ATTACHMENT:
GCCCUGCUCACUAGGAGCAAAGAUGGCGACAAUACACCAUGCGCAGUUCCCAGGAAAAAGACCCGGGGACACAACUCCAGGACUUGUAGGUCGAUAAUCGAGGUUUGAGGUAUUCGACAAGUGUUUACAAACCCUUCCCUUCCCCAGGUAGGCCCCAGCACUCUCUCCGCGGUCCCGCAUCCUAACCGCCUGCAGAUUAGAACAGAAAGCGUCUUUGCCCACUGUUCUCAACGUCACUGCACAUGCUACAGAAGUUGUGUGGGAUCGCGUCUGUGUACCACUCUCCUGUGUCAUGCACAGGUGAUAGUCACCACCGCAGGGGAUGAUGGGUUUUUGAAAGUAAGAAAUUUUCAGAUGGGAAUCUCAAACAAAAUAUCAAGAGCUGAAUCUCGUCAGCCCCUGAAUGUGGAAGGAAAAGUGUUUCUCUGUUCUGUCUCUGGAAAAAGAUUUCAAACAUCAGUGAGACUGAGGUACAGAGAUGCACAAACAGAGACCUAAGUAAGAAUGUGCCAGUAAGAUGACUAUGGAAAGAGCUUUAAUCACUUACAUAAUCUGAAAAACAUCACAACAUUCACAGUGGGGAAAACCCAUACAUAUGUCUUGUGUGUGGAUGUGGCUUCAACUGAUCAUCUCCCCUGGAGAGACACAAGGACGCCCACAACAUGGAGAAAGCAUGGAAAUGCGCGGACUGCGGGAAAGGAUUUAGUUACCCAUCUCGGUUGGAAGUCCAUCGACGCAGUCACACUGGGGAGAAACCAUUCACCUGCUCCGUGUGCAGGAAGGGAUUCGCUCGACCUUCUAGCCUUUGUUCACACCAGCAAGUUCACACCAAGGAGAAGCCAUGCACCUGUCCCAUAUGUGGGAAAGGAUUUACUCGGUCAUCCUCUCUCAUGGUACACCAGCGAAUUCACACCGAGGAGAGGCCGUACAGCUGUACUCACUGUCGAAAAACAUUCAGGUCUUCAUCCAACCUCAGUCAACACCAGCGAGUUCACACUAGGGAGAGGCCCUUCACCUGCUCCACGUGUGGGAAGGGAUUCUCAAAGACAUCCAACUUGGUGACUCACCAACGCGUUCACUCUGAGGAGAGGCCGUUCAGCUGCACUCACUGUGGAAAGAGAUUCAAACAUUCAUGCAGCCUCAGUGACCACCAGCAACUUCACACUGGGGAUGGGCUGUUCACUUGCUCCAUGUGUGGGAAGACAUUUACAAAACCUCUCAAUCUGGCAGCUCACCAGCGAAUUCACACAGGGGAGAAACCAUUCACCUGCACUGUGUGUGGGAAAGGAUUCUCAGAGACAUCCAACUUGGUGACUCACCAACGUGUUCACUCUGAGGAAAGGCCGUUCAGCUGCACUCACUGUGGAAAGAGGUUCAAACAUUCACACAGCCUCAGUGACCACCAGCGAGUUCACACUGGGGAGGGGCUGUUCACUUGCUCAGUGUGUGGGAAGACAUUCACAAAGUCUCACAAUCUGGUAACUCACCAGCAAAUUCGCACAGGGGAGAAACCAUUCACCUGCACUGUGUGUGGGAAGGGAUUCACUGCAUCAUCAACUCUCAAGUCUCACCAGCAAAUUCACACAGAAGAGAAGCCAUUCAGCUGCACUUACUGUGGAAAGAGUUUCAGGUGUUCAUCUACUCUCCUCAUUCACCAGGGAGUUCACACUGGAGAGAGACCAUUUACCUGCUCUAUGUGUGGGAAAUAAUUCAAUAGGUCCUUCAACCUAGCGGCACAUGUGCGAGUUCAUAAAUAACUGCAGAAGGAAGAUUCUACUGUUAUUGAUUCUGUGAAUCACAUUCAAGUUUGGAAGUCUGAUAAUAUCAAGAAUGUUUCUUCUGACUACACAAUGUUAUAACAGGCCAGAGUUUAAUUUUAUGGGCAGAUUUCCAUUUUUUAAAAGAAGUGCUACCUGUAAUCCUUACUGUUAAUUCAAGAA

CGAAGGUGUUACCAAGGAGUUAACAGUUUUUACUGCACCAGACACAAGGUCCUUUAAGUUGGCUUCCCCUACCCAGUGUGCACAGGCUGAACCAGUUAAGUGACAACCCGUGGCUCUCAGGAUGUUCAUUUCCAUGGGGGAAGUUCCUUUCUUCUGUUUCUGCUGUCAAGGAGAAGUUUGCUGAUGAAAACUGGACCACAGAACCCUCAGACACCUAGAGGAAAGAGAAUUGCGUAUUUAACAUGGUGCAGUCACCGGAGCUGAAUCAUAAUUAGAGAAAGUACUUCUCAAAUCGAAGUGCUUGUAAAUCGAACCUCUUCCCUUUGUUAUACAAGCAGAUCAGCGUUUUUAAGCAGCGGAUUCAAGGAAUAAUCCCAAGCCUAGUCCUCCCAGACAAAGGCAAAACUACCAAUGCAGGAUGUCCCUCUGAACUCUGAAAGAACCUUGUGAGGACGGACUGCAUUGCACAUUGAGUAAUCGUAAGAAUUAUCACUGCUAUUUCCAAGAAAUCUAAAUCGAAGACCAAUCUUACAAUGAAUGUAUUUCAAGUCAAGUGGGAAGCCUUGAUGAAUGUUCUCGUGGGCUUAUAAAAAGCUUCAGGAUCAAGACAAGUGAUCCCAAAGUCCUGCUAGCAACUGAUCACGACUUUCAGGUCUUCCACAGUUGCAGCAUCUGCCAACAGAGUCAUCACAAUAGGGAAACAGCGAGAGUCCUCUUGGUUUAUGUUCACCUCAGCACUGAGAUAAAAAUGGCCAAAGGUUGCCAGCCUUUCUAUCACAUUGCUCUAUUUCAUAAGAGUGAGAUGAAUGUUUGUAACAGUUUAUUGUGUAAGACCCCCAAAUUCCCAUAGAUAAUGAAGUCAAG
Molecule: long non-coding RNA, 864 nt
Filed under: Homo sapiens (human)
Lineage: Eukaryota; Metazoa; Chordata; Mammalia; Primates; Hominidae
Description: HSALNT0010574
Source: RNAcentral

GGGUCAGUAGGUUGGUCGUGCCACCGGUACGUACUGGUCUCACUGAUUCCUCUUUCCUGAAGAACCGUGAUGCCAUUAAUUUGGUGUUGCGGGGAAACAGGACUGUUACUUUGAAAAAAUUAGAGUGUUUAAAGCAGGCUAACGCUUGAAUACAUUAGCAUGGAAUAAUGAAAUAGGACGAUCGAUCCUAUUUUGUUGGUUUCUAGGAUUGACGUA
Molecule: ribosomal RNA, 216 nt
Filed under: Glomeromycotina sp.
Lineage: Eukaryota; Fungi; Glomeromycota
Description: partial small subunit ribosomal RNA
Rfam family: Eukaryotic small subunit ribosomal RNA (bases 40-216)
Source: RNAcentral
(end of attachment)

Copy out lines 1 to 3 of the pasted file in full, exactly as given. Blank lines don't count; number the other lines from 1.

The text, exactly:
GCCCUGCUCACUAGGAGCAAAGAUGGCGACAAUACACCAUGCGCAGUUCCCAGGAAAAAGACCCGGGGACACAACUCCAGGACUUGUAGGUCGAUAAUCGAGGUUUGAGGUAUUCGACAAGUGUUUACAAACCCUUCCCUUCCCCAGGUAGGCCCCAGCACUCUCUCCGCGGUCCCGCAUCCUAACCGCCUGCAGAUUAGAACAGAAAGCGUCUUUGCCCACUGUUCUCAACGUCACUGCACAUGCUACAGAAGUUGUGUGGGAUCGCGUCUGUGUACCACUCUCCUGUGUCAUGCACAGGUGAUAGUCACCACCGCAGGGGAUGAUGGGUUUUUGAAAGUAAGAAAUUUUCAGAUGGGAAUCUCAAACAAAAUAUCAAGAGCUGAAUCUCGUCAGCCCCUGAAUGUGGAAGGAAAAGUGUUUCUCUGUUCUGUCUCUGGAAAAAGAUUUCAAACAUCAGUGAGACUGAGGUACAGAGAUGCACAAACAGAGACCUAAGUAAGAAUGUGCCAGUAAGAUGACUAUGGAAAGAGCUUUAAUCACUUACAUAAUCUGAAAAACAUCACAACAUUCACAGUGGGGAAAACCCAUACAUAUGUCUUGUGUGUGGAUGUGGCUUCAACUGAUCAUCUCCCCUGGAGAGACACAAGGACGCCCACAACAUGGAGAAAGCAUGGAAAUGCGCGGACUGCGGGAAAGGAUUUAGUUACCCAUCUCGGUUGGAAGUCCAUCGACGCAGUCACACUGGGGAGAAACCAUUCACCUGCUCCGUGUGCAGGAAGGGAUUCGCUCGACCUUCUAGCCUUUGUUCACACCAGCAAGUUCACACCAAGGAGAAGCCAUGCACCUGUCCCAUAUGUGGGAAAGGAUUUACUCGGUCAUCCUCUCUCAUGGUACACCAGCGAAUUCACACCGAGGAGAGGCCGUACAGCUGUACUCACUGUCGAAAAACAUUCAGGUCUUCAUCCAACCUCAGUCAACACCAGCGAGUUCACACUAGGGAGAGGCCCUUCACCUGCUCCACGUGUGGGAAGGGAUUCUCAAAGACAUCCAACUUGGUGACUCACCAACGCGUUCACUCUGAGGAGAGGCCGUUCAGCUGCACUCACUGUGGAAAGAGAUUCAAACAUUCAUGCAGCCUCAGUGACCACCAGCAACUUCACACUGGGGAUGGGCUGUUCACUUGCUCCAUGUGUGGGAAGACAUUUACAAAACCUCUCAAUCUGGCAGCUCACCAGCGAAUUCACACAGGGGAGAAACCAUUCACCUGCACUGUGUGUGGGAAAGGAUUCUCAGAGACAUCCAACUUGGUGACUCACCAACGUGUUCACUCUGAGGAAAGGCCGUUCAGCUGCACUCACUGUGGAAAGAGGUUCAAACAUUCACACAGCCUCAGUGACCACCAGCGAGUUCACACUGGGGAGGGGCUGUUCACUUGCUCAGUGUGUGGGAAGACAUUCACAAAGUCUCACAAUCUGGUAACUCACCAGCAAAUUCGCACAGGGGAGAAACCAUUCACCUGCACUGUGUGUGGGAAGGGAUUCACUGCAUCAUCAACUCUCAAGUCUCACCAGCAAAUUCACACAGAAGAGAAGCCAUUCAGCUGCACUUACUGUGGAAAGAGUUUCAGGUGUUCAUCUACUCUCCUCAUUCACCAGGGAGUUCACACUGGAGAGAGACCAUUUACCUGCUCUAUGUGUGGGAAAUAAUUCAAUAGGUCCUUCAACCUAGCGGCACAUGUGCGAGUUCAUAAAUAACUGCAGAAGGAAGAUUCUACUGUUAUUGAUUCUGUGAAUCACAUUCAAGUUUGGAAGUCUGAUAAUAUCAAGAAUGUUUCUUCUGACUACACAAUGUUAUAACAGGCCAGAGUUUAAUUUUAUGGGCAGAUUUCCAUUUUUUAAAAGAAGUGCUACCUGUAAUCCUUACUGUUAAUUCAAGAA

CGAAGGUGUUACCAAGGAGUUAACAGUUUUUACUGCACCAGACACAAGGUCCUUUAAGUUGGCUUCCCCUACCCAGUGUGCACAGGCUGAACCAGUUAAGUGACAACCCGUGGCUCUCAGGAUGUUCAUUUCCAUGGGGGAAGUUCCUUUCUUCUGUUUCUGCUGUCAAGGAGAAGUUUGCUGAUGAAAACUGGACCACAGAACCCUCAGACACCUAGAGGAAAGAGAAUUGCGUAUUUAACAUGGUGCAGUCACCGGAGCUGAAUCAUAAUUAGAGAAAGUACUUCUCAAAUCGAAGUGCUUGUAAAUCGAACCUCUUCCCUUUGUUAUACAAGCAGAUCAGCGUUUUUAAGCAGCGGAUUCAAGGAAUAAUCCCAAGCCUAGUCCUCCCAGACAAAGGCAAAACUACCAAUGCAGGAUGUCCCUCUGAACUCUGAAAGAACCUUGUGAGGACGGACUGCAUUGCACAUUGAGUAAUCGUAAGAAUUAUCACUGCUAUUUCCAAGAAAUCUAAAUCGAAGACCAAUCUUACAAUGAAUGUAUUUCAAGUCAAGUGGGAAGCCUUGAUGAAUGUUCUCGUGGGCUUAUAAAAAGCUUCAGGAUCAAGACAAGUGAUCCCAAAGUCCUGCUAGCAACUGAUCACGACUUUCAGGUCUUCCACAGUUGCAGCAUCUGCCAACAGAGUCAUCACAAUAGGGAAACAGCGAGAGUCCUCUUGGUUUAUGUUCACCUCAGCACUGAGAUAAAAAUGGCCAAAGGUUGCCAGCCUUUCUAUCACAUUGCUCUAUUUCAUAAGAGUGAGAUGAAUGUUUGUAACAGUUUAUUGUGUAAGACCCCCAAAUUCCCAUAGAUAAUGAAGUCAAG
Molecule: long non-coding RNA, 864 nt